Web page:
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|Author: Başak Çevik|
|Relevant Service:Strategy Development and Implementation|
Part I: What if stress is a good fella?
September 28th, 2017
Being resilient has never been this crucial during VUCA (volatile, uncertain, complex and ambiguous) period. In this article, the subject of resiliency will be dissected through yoga and the wisdom of the East, instead of conventional business theories.
I don't know how many times in a day I come across with the words "change, adapt, improve, be agile, be resilient..."All these sound pretty well but easy to say, hard to do. I've been in the marketing business since 2000 and practicing yoga since 2010. As I go deeper in both, I found out some similarities and tools which yoga can be helpful especially on being more resilient off the mat. In this article, I'll try to sort out the resilience subject with yoga and wisdom of the East, instead of using business theories.
Well, it's a fact that the world is going mad with its volatile, uncertain, complex and ambiguous (aka VUCA) structure. As G. Moore referred; "Exponential change is happening at this very moment." People are struggling, companies are struggling. The pace of the change makes it hard to adapt and survive. Everyone suffers from uncertain, slippery, stressful environment and seeks comfort to sustain. On the other hand, is stress really a bad thing? Can stressful, uncomfortable conditions be a tool to be more resilient?
Stress but how much?
In his recent article, renowned yoga teacher Bernie Clark mentioned: "Stress is often considered to be bad: But it is not bad, per se. It depends upon the amount and the context."
It's a fact that if there is no stress (challenge in business terms), we become weakened.
Take a well-rounded hatha yoga session. During yoga, technically you lose the muscle fibers, they tear apart and when you have rest at night, the body recovers the torn fibers as it is designed to do so. That is how muscles get strong: Cycle of tearing, instead of fixing. In the case of over practicing, you get injured however you get weakened when you avoid practicing. You need to give the body the right amount of stress to make it stronger. So to a certain degree, stress is essential for a resilient body.
In the same article, B. Clark added when the stress of gravity has gone, the tissues become weak.
In terms of work life, gravity is the reality, reality of the volatile, uncertain, complex, ambiguous world which is always there inevitably. On the other hand, when there is no gravity we would be floating in the endless emptiness. (Can you imagine how boring it would be in a very stable market without any competitors, any change. Indeed!)
Courtesy of Bernie Clark
In the Valley of Comfort (point A) there is no pain, no stress hence no space for improvement. Moreover, it means within time, it reduces the potential.
In the Land of Distress (point B) there is a pain. In many cases, it seems to be an improvement but finally, it is a "perfect" burn out. Even though point A and B seems to be completely opposite, they all end with atrophy.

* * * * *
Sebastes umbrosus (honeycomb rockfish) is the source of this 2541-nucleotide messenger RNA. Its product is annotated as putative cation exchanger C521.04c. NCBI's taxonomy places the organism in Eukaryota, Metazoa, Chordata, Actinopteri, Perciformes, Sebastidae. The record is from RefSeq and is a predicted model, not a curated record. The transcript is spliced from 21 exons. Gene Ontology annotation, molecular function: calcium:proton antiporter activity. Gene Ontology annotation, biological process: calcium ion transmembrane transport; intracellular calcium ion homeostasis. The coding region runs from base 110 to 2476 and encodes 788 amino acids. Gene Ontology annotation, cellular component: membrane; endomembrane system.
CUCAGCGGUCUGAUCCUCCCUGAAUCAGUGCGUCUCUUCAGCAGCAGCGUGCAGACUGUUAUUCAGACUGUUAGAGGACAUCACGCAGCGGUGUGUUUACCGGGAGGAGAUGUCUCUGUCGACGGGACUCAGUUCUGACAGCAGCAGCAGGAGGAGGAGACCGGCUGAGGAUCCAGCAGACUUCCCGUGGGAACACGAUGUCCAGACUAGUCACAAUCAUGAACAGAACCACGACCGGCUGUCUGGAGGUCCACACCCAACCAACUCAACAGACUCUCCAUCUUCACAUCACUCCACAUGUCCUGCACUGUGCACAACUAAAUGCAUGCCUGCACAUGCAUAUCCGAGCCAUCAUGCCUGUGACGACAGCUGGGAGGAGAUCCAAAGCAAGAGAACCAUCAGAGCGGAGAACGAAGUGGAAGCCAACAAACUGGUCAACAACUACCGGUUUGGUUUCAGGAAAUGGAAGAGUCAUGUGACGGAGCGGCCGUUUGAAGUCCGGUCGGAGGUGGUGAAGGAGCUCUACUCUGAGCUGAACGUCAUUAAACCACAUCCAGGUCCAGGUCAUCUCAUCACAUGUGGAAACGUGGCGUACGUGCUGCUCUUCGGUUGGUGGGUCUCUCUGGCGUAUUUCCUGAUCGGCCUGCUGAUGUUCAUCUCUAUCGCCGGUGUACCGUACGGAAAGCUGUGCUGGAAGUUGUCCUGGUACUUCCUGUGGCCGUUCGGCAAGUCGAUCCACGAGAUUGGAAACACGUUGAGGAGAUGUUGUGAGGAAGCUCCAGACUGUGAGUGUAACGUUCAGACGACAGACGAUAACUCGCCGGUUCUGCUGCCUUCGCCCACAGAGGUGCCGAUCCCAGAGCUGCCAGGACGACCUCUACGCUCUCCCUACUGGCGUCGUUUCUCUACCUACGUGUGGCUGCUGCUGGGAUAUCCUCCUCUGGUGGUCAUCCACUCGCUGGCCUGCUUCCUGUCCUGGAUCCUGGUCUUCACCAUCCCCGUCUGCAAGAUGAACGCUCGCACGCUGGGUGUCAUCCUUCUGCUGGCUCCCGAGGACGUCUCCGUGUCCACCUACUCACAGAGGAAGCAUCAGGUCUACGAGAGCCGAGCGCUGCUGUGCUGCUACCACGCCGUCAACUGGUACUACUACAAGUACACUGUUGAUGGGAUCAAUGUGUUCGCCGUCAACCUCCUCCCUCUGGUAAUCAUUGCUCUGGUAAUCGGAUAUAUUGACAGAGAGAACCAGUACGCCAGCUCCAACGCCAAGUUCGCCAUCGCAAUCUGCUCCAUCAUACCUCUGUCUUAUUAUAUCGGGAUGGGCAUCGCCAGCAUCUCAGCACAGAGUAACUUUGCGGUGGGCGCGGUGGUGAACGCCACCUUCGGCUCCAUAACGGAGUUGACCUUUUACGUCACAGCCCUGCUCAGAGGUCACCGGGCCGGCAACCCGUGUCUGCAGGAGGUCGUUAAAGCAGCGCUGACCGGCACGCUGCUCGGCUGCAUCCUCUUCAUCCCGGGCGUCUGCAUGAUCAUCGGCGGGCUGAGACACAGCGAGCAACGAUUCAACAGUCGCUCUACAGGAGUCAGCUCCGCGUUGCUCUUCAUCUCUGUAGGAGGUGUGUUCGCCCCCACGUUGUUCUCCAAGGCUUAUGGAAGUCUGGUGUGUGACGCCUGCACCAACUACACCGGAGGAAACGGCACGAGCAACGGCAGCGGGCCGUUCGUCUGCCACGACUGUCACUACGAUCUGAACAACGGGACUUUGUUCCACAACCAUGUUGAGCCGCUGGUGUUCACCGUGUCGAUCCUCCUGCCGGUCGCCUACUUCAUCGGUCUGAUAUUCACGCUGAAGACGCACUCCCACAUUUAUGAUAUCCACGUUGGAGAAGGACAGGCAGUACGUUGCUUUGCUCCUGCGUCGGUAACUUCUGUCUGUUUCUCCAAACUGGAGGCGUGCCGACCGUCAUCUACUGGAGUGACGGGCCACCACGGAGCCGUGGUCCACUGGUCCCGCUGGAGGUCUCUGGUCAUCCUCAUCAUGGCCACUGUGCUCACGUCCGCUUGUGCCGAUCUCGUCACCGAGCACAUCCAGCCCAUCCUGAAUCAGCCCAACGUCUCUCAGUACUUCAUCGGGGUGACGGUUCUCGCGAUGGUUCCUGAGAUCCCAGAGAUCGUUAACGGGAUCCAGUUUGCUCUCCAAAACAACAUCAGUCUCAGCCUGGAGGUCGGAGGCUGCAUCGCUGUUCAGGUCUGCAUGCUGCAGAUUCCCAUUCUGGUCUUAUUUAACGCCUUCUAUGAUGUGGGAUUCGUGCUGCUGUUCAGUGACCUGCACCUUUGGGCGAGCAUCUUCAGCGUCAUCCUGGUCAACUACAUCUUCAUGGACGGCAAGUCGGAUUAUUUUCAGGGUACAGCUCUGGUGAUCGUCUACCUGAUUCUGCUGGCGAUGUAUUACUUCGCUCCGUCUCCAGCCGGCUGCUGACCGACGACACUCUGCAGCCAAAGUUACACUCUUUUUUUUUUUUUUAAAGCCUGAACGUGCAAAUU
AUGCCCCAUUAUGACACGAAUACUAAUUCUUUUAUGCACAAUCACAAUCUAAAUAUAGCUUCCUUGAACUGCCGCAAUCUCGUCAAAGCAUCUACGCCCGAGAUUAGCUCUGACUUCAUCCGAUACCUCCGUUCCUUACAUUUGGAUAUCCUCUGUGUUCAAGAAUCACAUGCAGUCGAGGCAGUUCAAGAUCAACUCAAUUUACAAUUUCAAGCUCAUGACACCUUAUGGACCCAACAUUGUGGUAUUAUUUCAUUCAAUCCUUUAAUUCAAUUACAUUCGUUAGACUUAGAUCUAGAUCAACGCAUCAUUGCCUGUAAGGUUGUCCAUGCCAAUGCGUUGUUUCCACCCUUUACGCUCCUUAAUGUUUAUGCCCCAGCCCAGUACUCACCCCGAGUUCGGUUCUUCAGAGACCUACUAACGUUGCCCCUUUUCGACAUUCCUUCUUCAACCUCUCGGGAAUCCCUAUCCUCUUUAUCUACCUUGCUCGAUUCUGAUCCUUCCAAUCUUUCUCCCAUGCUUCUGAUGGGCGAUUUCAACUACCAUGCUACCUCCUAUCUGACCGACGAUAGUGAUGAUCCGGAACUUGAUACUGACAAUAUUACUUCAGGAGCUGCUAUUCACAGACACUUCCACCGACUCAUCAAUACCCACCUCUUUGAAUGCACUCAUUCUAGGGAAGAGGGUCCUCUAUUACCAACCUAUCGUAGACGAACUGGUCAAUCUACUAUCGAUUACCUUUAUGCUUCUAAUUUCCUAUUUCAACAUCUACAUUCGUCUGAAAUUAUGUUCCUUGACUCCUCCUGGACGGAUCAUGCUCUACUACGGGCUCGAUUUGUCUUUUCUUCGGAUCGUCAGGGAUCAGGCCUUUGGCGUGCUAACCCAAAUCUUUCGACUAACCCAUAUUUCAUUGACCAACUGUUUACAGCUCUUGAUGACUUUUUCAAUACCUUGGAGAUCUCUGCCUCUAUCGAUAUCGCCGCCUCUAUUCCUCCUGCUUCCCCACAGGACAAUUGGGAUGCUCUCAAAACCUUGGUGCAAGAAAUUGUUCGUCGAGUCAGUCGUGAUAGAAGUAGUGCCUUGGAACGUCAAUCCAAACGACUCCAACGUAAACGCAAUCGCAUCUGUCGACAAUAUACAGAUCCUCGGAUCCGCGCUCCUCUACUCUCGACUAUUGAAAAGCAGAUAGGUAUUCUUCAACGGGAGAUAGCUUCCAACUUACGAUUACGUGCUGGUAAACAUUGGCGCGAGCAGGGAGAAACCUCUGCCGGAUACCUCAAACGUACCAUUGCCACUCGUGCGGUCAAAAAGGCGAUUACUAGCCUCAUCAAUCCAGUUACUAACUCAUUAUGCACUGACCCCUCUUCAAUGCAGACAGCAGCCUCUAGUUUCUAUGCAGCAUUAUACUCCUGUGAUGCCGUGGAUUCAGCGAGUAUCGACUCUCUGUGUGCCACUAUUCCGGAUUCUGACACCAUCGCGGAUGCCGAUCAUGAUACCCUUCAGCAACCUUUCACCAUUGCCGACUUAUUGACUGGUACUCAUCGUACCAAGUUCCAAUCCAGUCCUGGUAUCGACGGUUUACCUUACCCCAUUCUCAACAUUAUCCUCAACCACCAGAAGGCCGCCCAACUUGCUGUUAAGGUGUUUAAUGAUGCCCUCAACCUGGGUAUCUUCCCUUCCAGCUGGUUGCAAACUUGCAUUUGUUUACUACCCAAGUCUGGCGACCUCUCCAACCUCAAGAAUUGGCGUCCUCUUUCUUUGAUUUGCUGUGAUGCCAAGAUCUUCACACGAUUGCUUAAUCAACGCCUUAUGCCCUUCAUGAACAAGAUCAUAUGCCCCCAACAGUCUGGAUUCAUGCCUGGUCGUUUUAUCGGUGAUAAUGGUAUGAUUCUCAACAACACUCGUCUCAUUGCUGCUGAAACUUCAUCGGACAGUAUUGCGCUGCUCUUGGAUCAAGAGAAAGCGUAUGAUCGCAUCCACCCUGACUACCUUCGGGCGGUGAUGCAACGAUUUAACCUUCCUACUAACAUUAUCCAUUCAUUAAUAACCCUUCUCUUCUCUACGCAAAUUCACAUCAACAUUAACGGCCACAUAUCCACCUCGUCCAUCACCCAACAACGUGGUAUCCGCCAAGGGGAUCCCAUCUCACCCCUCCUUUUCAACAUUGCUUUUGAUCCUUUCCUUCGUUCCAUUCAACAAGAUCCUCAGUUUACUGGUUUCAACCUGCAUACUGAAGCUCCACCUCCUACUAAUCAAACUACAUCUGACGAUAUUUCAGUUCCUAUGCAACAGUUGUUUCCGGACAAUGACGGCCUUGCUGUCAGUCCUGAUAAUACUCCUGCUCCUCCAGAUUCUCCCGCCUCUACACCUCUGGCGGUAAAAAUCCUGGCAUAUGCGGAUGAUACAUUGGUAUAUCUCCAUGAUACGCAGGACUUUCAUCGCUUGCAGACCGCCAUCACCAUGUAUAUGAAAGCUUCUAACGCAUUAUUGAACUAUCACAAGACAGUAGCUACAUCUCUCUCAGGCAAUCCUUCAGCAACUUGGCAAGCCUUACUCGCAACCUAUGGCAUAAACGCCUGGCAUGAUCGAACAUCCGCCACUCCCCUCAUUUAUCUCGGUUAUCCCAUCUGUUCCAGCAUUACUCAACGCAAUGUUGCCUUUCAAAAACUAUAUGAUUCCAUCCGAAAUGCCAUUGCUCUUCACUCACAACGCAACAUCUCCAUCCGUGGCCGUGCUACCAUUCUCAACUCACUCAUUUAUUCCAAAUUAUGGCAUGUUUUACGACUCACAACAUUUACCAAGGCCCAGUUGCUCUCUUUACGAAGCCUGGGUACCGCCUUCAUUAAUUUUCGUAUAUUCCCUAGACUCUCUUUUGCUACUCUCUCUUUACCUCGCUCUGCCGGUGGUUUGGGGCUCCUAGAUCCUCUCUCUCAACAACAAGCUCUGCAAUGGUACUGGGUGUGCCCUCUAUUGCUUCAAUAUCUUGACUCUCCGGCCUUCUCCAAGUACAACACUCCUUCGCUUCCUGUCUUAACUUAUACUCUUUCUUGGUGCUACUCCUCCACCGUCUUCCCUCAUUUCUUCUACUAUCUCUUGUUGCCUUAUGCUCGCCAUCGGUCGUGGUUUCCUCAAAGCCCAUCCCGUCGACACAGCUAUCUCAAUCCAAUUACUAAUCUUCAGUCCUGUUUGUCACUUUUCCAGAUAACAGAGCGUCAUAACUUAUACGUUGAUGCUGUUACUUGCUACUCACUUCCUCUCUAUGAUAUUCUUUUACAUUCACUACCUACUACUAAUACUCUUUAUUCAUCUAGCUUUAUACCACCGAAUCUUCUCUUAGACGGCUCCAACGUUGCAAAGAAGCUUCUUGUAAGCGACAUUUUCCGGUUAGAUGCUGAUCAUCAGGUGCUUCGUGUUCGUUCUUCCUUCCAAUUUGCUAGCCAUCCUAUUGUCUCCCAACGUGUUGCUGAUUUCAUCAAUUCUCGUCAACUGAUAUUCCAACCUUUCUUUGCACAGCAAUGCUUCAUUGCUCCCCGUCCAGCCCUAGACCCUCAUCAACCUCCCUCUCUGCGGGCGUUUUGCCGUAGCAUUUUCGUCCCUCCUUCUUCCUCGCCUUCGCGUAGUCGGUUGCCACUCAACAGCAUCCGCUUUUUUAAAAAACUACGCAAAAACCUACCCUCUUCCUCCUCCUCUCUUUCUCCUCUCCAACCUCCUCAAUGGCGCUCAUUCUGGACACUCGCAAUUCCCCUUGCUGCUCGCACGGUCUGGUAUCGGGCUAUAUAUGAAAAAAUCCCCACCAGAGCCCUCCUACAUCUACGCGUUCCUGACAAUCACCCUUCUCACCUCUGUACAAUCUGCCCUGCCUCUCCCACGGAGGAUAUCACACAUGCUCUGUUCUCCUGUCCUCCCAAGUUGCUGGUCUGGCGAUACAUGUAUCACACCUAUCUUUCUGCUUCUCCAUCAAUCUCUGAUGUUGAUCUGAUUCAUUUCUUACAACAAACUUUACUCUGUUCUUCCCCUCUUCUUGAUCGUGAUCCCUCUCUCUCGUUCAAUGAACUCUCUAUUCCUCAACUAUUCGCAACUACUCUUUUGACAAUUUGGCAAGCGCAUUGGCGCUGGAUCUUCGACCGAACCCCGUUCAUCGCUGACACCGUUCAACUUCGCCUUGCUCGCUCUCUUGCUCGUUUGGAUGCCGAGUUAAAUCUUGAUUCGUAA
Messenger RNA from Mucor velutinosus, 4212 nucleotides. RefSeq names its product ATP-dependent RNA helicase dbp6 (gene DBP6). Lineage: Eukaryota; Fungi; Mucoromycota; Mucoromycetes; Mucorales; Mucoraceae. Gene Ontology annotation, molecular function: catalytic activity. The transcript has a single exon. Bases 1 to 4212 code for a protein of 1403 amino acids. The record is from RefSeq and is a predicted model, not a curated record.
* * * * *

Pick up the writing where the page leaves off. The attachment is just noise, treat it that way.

"In between comfort and damage, there exists eustress (constructive stress) where 'good pain' takes place which is transformative."
In terms of work, we need to create our own land of eustress where sustainable exploration so the growth exists.
Let's think about fasting like many of the yogis do. Basically fasting is missing out food -so source of stress, scarcity- As mentioned in Bernie Clark's article, one study found that women with breast cancer who fasted 13 hours a day had 21% lower mortality rate. Because during fasting really surprising things happen.
The body needs nutrition and if it doesn't come from food, the body cannibalizes its own cells. As an intelligent structure, the body chooses harmful cells first. And if you never be hungry, these harmful cells always stroll around. Fasting (which is labeled to be source of stress for the body in this analogy) kills the harmful cells and makes us immune. Fasting makes us strong to overcome. Fasting makes us more resilient.
In business terms, during fasting times -times of crisis, scarcity- we need to drop our habit of consumption (food, money, relations, all sorts of sources). This limited condition tames the mind and the body. We experience a state without the thing we think we can't live without. Most of the things we avoid and be hooked is just an ephemeral point of view, defects of our comfort zone which is reducing ourselves. In effect, scarcity is a chance to make a company more aware and resilient depending on how the situation is read and comprehended.
Good news: We have a choice!
Hard conditions make us stronger when you respond to it in a constructive way. Labeling fasting / difficult market conditions (let's say VUCA) as: "We will die or we are learning something new to become stronger" is a choice, whether for a company or for an individual.
Swami Muktanada says "A yogi is someone who can turn every circumstance to her/his advantage. So why not to say a resilient business team is able to turn every circumstance to its advantage too.
So, how do we become more resilient?
The answer is coming from yoga sutras "Pain is inevitable, suffering is optional". The answer is learning to be resilient to overcome suffering and labeling pain in a constructive aspect. In effect, pain is an information for the ones who want to see. So, if you like to learn the recipe of Bruce Lee to be resilient, wait for "Part II: Bruce Lee way of resilience at work" soon!
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